A different line of evidence about oxytocin’s role in love comes from genetics. “With hormones you can say that maybe behavior created the hormone or the hormone created the behavior—we don’t know,” Feldman says. But a person’s genes are in place before any behavior can emerge, she notes.
A study published last year in Biological Psychiatry was the first to assess whether people with variations in their oxytocin-receptor gene have a harder time maintaining romantic relationships than those who don’t. Hasse Walum, a graduate student at Karolinska Institute in Stockholm, and his colleagues took advantage of Swedish twin studies that included thousands of participants, their genetic information and their answers to questions about how affectionate they were with their romantic partners. They found that women with a specific variation weren’t as close to their partners as women without it: they kissed their partners less and didn’t desire physical proximity as often. These women were also more likely to report having had a marital crisis. Although researchers don’t know exactly how this variation affects the oxytocin system, it may result in a lower number of oxytocin receptors in the brain. People with fewer receptors would be less sensitive to the hormone’s effects.
In a study that hasn’t been published yet, Feldman found that oxytocin receptor genes are also linked to empathy in couples. She looked at variants in the gene that have been linked with an increased risk for autism, a disorder that is marked by major social communication deficits. She found that the more of these “risk variants” a person had, the less empathy they showed toward their partner when that partner shared a distressing experience.
Oxytocin has been shown to help people with autism improve their ability to recognize emotion, and Wallum found that the same receptor variant that increases risk for marital crisis in women is linked to social problems in girls. These include trouble getting along with others and a preference for being alone. This and Feldman’s work on oxytocin’s importance for the mother–child bond suggests that the hormone is more involved in the communication component of love between couples than the romantic component of love.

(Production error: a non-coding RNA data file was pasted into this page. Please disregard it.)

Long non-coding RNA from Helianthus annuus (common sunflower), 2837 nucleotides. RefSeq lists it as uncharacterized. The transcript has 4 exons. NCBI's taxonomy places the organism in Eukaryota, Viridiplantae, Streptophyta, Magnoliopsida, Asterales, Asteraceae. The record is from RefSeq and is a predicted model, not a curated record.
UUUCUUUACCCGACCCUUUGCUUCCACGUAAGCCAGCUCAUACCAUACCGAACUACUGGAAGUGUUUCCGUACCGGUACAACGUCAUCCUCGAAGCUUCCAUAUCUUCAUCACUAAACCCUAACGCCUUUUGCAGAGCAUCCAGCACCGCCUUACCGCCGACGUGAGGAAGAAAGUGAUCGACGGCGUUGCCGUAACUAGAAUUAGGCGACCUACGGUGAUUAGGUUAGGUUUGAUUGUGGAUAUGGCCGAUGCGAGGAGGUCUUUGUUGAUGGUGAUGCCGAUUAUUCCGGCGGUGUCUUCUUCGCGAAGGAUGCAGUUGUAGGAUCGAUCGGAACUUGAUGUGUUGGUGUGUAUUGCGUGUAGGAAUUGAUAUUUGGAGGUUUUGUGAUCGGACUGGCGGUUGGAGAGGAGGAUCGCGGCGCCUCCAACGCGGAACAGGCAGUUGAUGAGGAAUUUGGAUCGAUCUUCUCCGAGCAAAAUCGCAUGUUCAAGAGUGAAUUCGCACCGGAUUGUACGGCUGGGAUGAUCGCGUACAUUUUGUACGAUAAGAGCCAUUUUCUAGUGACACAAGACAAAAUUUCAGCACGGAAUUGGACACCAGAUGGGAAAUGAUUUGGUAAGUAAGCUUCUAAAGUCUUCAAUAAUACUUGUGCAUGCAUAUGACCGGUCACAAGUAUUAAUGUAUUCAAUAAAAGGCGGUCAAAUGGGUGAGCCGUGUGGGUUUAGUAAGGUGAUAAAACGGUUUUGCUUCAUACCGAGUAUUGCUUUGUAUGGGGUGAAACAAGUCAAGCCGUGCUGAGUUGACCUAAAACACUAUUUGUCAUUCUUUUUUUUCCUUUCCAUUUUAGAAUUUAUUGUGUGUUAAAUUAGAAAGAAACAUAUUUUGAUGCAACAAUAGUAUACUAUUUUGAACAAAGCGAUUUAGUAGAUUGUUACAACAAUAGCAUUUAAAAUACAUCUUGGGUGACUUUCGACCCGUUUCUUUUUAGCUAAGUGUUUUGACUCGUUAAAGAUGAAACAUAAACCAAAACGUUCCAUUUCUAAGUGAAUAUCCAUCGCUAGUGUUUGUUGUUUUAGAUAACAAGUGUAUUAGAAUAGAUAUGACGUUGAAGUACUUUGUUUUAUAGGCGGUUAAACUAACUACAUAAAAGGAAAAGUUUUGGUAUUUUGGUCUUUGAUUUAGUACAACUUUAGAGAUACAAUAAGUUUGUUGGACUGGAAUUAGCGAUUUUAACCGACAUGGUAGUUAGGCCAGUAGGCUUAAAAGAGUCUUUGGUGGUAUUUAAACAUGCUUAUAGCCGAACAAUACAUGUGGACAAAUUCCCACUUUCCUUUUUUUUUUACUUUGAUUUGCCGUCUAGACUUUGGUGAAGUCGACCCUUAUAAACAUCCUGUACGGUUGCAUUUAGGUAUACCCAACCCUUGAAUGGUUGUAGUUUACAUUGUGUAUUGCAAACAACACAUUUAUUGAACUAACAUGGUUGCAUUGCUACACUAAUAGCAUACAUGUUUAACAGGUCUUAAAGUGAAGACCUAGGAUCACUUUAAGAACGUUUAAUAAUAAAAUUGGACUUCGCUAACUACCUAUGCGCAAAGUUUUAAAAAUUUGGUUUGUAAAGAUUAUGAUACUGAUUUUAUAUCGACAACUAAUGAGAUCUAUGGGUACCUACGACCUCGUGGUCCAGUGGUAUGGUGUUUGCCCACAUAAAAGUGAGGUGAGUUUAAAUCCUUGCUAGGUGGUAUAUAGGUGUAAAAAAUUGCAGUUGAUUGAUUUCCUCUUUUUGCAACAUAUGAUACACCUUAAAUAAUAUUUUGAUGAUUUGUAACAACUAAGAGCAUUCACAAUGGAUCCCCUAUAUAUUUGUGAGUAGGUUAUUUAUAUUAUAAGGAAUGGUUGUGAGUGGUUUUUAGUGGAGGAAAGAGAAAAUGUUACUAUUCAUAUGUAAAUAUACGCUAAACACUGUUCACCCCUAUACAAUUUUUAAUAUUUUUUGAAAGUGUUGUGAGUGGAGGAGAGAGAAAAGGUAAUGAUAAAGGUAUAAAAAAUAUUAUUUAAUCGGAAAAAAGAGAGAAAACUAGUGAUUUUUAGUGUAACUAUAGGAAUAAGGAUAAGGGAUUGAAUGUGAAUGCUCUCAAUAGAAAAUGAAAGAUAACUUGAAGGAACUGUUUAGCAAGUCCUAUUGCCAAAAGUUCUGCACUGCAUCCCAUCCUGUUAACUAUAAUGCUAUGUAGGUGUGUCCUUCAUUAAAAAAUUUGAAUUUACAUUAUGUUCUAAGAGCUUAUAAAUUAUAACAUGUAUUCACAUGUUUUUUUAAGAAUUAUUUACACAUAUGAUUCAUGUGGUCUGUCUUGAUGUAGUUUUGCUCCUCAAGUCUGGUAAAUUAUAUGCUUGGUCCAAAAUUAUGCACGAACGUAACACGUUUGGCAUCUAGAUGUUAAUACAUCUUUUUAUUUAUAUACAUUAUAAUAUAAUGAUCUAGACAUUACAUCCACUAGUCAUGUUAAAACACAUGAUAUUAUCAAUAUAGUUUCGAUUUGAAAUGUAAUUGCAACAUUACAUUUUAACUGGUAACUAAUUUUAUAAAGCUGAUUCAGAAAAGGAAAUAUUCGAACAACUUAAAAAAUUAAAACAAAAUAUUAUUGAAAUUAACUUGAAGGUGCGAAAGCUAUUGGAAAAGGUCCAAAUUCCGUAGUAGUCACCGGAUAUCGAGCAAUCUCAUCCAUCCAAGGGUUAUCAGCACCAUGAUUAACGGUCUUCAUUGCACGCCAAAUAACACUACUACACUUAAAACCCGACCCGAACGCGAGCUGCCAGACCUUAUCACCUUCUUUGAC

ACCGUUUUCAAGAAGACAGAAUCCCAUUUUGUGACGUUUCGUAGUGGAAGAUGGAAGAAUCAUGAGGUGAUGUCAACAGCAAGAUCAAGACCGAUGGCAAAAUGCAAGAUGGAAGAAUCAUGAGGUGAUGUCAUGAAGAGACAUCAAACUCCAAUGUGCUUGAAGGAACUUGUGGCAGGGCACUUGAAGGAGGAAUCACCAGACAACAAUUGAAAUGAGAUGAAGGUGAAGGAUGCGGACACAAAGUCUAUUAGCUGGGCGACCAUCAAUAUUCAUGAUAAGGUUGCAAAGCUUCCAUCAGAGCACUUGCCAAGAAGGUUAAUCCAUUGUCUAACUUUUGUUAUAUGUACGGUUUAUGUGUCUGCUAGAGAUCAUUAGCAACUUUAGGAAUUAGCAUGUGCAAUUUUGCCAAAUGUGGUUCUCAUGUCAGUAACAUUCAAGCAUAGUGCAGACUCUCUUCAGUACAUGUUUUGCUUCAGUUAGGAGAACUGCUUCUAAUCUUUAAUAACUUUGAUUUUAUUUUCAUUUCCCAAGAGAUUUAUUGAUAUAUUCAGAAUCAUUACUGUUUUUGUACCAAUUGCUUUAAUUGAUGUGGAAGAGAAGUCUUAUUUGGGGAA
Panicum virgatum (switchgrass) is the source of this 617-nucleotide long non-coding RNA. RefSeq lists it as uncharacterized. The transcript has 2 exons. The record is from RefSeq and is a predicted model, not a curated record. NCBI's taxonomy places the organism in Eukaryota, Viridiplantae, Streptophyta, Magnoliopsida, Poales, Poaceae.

Adam Guastella, a clinical psychologist at University of Sydney’s Brain and Mind Research Institute, and a pioneer in studies of how oxytocin can help people with autism, thinks the hormone can also help people in couple therapy by facilitating empathic communication. His research has shown that people who get oxytocin are more focused on positive emotion: they remember happy faces better than angry and neutral ones. Research by others has shown that oxytocin increases trust, generosity and our ability to identify emotion in facial expressions. It is perhaps by these mechanisms that the hormone improves communication.
Guastella and his team just completed an unpublished study that is the first to test the effects of oxytocin on couples in therapy. In one part of the study, couples were asked to discuss a “hot topic,” one that usually led to conflict between the pair, and to then try to solve the issue. Although the data analysis is still in progress, Guastella expects couples that got oxytocin to show less hostile interpretations of the problem and be less critical of their partners. He thinks overall it will increase perspective-taking and reduce blame, leading to smoother communication and better problem-solving.
How would that work? Feldman thinks that these types of behaviors are intimately linked with oxytocin in a positive feedback loop. “Oxytocin can elicit loving behaviors, but giving and receiving these behaviors also promotes the release of oxytocin and leads to more of these behaviors,” she says. She thinks that talk therapy alone can boost the oxytocin system, but admits that in some cases it might help to jump-start the feedback loop by administering oxytocin. If Guastella’s results support his hypothesis, talk and hormone therapy together might be the best recipe for breaking down dysfunctional communication between partners, especially in cases where the behaviors have been learned in childhood.